Today marks the end of Computer Science Education Week, the initiative for teaching kids and teens how to code. Schools across Canada and the US, including many schools in my board, are doing the Hour of Code on code.org. Lucky for me, I get to teach kids to code every day! In my Grade 11 U/C computer science class, we have been working on writing code in JavaScript to solve problems and perform simple tasks. For example,

Write a guessing game program that prompts the user to guess a number between 1 and 10. The program should say “too high” or “too low” and prompt the user to guess again until they guess correctly.

Yesterday I introduced the idea of algorithms to solve problems. In order to write more complex programs, you need to have a strategy and come up with an algorithm: a series of steps needed to solve the problem.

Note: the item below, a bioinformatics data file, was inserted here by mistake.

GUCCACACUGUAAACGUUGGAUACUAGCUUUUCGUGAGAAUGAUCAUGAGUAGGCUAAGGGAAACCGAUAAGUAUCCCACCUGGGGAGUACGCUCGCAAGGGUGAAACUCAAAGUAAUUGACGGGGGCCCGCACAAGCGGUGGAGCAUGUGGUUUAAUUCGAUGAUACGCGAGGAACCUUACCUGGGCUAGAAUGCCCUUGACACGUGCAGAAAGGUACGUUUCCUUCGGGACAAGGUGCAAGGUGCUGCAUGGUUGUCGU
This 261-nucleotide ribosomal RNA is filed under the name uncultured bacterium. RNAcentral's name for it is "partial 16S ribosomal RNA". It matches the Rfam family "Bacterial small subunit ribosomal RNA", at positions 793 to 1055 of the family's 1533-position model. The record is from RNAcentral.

We started the lesson with a bit of an unusual warm up. This idea was borrowed from a friend of mine from my computer science curriculum class in teacher’s college:

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I got a few funny looks from students when they walked in and saw the board! I walked around to help the students, and encouraged them to write detailed, specific steps. Instructions like “butter the bread” are too vague: they need to be concrete and detailed, such as, “Use the knife to spread butter on each side of both slices of bread”. One student protested, “But Miss, these instructions are already detailed! A little kid could do this!” I told her that I still don’t understand – she needs to be more specific.

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One student’s grilled cheese instructions.

Then we took up the warm up. It took us 5 or 6 steps just to open the fridge, take out all of the ingredients and close the fridge! In total we came up with 26 steps to make a grilled cheese sandwich.

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The last of the 26 steps it takes to make a grilled cheese sandwich.